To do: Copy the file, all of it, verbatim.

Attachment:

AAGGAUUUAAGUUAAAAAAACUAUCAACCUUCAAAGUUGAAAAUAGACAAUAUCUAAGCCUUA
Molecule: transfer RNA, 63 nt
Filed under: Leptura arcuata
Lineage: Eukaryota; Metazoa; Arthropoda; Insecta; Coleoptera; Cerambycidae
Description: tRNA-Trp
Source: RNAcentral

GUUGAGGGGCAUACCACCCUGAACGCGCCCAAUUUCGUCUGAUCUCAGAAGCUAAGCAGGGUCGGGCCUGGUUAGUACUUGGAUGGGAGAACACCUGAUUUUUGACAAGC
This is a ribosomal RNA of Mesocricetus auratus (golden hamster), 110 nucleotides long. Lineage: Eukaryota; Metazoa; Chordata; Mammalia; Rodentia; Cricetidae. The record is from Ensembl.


AAGGAUUUAAGUUAAAAAAACUAUCAACCUUCAAAGUUGAAAAUAGACAAUAUCUAAGCCUUA
Molecule: transfer RNA, 63 nt
Filed under: Leptura arcuata
Lineage: Eukaryota; Metazoa; Arthropoda; Insecta; Coleoptera; Cerambycidae
Description: tRNA-Trp
Source: RNAcentral

GUUGAGGGGCAUACCACCCUGAACGCGCCCAAUUUCGUCUGAUCUCAGAAGCUAAGCAGGGUCGGGCCUGGUUAGUACUUGGAUGGGAGAACACCUGAUUUUUGACAAGC
This is a ribosomal RNA of Mesocricetus auratus (golden hamster), 110 nucleotides long. Lineage: Eukaryota; Metazoa; Chordata; Mammalia; Rodentia; Cricetidae. The record is from Ensembl.